"Then we are able to see how much blood is coming out and that allows us to make a call as to whether she is bleeding too much."
The drape gives providers a quick and more precise estimate of blood loss, allowing them to act right away.
For the study, the researchers trained hospital providers in the intervention group to treat women with a set of treatments recommended by the World Health Organization. The treatments include massaging the uterus to help it contract, which would stop the bleeding, and administering the drug Oxytocin, which also helps the uterus contract, and the drug Tranexamic acid, which promotes clotting. Other treatments include IV fluids, which replace lost fluids from bleeding, and a physical exam to check for sources of bleeding.
WHO recommends bundling these treatments, "which means that all the effective treatments need to be given at once in somebody who was bleeding," explains Coomarasamy. "So there isn't any time lost."
The providers in the control group of hospitals provided care as usual, which normally involves using one of the treatments at a time, then trying another ... and another.
"The problem is the ticking of time, and it is the ticking of time that kills somebody who is bleeding," says Coomarasamy.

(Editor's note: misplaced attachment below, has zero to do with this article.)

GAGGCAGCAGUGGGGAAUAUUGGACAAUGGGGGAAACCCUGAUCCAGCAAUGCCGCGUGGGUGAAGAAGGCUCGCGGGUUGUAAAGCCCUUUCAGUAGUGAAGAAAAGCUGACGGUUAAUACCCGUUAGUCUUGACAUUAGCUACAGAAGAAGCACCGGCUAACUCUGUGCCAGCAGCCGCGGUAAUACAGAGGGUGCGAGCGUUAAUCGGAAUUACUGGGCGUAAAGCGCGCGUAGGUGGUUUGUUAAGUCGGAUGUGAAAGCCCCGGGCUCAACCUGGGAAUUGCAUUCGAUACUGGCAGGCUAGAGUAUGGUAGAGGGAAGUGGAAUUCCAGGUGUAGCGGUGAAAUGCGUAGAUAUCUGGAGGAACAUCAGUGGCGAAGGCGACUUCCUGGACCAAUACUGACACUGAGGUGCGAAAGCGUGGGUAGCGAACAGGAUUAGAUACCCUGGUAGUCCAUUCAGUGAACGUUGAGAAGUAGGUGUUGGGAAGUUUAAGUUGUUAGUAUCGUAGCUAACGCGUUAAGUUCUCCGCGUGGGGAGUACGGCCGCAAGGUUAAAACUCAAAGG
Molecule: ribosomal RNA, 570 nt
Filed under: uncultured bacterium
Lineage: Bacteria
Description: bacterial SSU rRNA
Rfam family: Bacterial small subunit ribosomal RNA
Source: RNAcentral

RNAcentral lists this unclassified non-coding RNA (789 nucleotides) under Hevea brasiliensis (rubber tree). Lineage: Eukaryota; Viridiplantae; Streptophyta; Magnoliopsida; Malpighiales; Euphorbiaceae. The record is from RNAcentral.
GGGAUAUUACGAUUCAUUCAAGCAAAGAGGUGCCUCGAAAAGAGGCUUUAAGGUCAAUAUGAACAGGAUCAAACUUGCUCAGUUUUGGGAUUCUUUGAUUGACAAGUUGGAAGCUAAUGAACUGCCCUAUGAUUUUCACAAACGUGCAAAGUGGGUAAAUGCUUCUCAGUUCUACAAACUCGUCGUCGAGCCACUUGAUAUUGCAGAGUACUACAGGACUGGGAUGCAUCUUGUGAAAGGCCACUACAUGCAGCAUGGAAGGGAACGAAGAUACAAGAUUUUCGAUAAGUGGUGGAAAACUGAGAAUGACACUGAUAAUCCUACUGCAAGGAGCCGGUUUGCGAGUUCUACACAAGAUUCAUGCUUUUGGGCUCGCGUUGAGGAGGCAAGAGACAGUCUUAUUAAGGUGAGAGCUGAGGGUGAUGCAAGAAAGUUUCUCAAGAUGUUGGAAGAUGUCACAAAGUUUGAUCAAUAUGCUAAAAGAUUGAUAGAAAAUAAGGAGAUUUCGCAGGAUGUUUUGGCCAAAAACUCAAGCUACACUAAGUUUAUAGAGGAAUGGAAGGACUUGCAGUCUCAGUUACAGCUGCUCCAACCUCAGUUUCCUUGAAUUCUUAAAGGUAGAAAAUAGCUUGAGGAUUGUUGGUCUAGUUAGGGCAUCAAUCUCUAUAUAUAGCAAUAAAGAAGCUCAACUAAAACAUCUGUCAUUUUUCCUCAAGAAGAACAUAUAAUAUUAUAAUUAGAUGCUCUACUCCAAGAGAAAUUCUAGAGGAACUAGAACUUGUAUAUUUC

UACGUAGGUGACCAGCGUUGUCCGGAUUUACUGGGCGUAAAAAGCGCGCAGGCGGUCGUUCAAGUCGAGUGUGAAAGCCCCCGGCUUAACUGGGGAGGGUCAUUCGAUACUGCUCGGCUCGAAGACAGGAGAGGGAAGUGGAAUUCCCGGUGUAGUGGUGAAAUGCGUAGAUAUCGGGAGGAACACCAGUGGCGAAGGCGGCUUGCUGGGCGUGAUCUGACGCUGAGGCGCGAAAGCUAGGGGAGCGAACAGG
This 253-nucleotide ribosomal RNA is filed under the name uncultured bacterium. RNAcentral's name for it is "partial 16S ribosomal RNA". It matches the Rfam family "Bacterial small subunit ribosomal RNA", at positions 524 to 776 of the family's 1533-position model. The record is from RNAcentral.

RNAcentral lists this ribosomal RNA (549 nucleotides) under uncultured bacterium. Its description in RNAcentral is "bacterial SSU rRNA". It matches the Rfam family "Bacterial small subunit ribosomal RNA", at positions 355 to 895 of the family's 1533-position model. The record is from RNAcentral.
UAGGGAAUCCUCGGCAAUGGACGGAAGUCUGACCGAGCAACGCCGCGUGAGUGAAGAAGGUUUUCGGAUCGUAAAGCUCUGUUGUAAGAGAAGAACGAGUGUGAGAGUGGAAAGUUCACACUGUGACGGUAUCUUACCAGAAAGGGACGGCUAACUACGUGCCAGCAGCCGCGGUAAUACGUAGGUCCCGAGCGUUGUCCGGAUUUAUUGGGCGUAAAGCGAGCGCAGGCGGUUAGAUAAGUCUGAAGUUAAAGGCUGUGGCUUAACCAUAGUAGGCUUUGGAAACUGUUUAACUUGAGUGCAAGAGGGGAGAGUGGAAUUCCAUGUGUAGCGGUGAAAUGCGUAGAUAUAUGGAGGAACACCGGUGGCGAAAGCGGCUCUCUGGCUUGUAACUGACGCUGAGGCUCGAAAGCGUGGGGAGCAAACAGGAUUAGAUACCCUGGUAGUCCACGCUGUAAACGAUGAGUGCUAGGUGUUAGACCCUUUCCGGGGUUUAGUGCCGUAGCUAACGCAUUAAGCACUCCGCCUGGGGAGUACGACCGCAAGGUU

The "bundled care" approach used in the study cuts down the time it takes to address the problem.
There were a total of 12 deaths due by bleeding in the treatment group versus 18 in the control group.
The idea of testing the drape in a clinical trial came about when Coomarasamy and his colleagues looked at how different countries were improving detection of postpartum hemorrhage.
"The drape turned out to be the most used option and the most acceptable option," says Coomarasmy. "Vietnam has been using drapes for many years," he says. "Some parts of India and some parts in California are now using it routinely."
"What I thought was important [about the study] was it wasn't looking for one silver bullet," says Davis at Partners in Health. "I think oftentimes people look for one silver bullet to solve problems and life is not like that."
The fact that the solutions were tested out in "real-life settings in busy secondary hospitals [which can't provide specialized care]," was also promising, she adds.
With the drapes costing as little as $1 they're a "cost-effective solution" for reducing maternal deaths in middle and low-income countries, says Ramanarayanan.
She is particularly hopeful that this intervention can help prevent adolescent maternal deaths — the leading cause of death for girls aged 15-19 worldwide.
"Adolescent pregnancies carry a much higher risk of postpartum hemorrhage, primarily because teenage girls' uteruses are not fully developed to sustain a pregnancy in a healthy way," says Ramanarayanan. "Having effective treatments like this can be really, really influential in preventing maternal death in adolescence."